# the Free Software Foundation, either version 3 of the License, or
# (at your option) any later version.

# This program is distributed in the hope that it will be useful,
# but WITHOUT ANY WARRANTY; without even the implied warranty of
# MERCHANTABILITY or FITNESS FOR A PARTICULAR PURPOSE.  See the
# GNU General Public License for more details.

# You should have received a copy of the GNU General Public License
# along with this program.  If not, see <https://www.gnu.org/licenses/>.

require 'json'
require 'org-ruby'

class OrgDietExtractor
  attr_accessor :format
  attr_accessor :input
  attr_accessor :output
  attr_accessor :from
  attr_accessor :to
  attr_accessor :headline
  attr_accessor :keywords
  attr_accessor :current_parent
  attr_accessor :current_level

  def initialize
    yield self
  end

  def headline_contents(headline)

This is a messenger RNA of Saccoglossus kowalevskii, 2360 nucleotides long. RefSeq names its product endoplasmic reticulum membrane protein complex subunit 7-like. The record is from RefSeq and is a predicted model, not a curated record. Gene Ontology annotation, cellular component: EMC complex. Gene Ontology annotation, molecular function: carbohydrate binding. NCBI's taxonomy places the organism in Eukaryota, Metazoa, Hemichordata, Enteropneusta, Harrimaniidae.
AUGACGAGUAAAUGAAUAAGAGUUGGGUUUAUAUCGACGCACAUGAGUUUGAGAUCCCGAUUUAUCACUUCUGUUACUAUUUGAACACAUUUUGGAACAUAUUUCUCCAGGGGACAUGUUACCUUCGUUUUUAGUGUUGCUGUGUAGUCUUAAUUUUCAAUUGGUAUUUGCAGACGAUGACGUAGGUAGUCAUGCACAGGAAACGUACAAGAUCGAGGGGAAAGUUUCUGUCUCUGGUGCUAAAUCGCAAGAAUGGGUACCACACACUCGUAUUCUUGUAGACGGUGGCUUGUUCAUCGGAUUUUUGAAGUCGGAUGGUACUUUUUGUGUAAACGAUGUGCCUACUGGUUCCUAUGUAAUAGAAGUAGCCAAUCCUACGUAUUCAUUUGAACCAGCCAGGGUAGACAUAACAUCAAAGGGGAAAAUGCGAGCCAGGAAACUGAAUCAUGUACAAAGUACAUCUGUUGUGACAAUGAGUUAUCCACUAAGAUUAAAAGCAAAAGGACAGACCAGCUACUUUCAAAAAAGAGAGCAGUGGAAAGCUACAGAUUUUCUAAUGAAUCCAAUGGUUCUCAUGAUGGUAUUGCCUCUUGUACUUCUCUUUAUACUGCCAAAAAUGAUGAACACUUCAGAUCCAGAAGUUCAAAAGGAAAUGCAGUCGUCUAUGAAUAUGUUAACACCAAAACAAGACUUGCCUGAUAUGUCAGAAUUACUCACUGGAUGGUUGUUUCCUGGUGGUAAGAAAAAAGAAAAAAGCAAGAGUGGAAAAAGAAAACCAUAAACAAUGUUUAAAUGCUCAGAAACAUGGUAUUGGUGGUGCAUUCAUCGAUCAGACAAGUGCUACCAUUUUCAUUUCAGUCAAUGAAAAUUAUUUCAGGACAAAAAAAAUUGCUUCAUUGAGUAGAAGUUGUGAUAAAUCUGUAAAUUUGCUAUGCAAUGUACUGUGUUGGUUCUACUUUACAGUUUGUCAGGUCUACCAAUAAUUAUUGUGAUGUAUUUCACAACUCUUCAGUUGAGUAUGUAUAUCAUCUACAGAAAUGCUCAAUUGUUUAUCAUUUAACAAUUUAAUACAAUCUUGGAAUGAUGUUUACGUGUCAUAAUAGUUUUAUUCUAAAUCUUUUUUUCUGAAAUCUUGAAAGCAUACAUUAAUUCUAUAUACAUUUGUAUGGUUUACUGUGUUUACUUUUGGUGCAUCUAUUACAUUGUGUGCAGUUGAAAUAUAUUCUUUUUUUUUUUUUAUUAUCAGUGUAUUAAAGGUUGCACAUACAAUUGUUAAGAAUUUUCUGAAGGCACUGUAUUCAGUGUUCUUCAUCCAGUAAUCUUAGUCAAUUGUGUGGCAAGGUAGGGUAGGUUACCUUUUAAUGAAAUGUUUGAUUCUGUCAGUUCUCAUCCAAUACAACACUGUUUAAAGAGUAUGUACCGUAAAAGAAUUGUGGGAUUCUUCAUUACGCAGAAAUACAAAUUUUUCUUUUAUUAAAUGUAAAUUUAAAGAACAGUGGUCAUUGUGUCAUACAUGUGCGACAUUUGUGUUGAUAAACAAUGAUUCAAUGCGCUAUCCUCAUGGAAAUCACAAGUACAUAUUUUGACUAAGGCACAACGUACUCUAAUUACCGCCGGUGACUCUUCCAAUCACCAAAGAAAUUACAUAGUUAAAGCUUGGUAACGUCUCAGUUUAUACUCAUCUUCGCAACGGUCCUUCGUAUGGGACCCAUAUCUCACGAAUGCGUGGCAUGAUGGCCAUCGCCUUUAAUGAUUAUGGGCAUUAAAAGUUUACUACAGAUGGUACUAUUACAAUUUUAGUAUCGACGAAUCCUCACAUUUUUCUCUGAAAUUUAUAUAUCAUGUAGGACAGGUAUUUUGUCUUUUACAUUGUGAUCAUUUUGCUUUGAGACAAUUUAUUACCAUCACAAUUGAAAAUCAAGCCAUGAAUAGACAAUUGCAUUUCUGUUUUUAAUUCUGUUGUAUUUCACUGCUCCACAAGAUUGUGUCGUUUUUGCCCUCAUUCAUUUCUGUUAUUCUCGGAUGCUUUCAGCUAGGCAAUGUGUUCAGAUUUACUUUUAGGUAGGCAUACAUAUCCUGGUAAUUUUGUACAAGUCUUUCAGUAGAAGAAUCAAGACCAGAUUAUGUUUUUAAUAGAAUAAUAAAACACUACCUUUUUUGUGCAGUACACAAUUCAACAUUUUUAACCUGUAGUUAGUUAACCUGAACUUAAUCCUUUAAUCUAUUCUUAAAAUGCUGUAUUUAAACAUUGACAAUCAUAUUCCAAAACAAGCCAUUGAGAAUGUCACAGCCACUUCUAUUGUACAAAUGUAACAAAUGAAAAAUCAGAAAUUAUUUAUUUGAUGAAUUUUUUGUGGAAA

text_lines = headline.body_lines
    text_lines.shift

    # Strip properties stuff.
    text_lines = text_lines.map do |line|
      task_line = line.output_text.strip
      next if task_line.start_with?(':')

      task_line
    end

    text_lines = text_lines.reject { |c| c.nil? || c.empty? }
    text_lines.join("\n")
  end

  def belongs_to?(headline)
    @current_parent == headline
  end

  def entry_in_range?(headline)
    return true unless @from || @to

    # Extract the dates
    date       = Date.parse(diet_date(headline))
    start_date = Date.parse(@from) if @from
    end_date   = Date.parse(@to) if @to

    return false if start_date && date < start_date
    return false if end_date && date > end_date

    true
  end

  def extract_table_headers(content)
    header_line = content.split("\n").first
    return if header_line.nil?

    header_cols = header_line.split('|').map(&:strip)

    header_cols.reject { |col| col.empty? }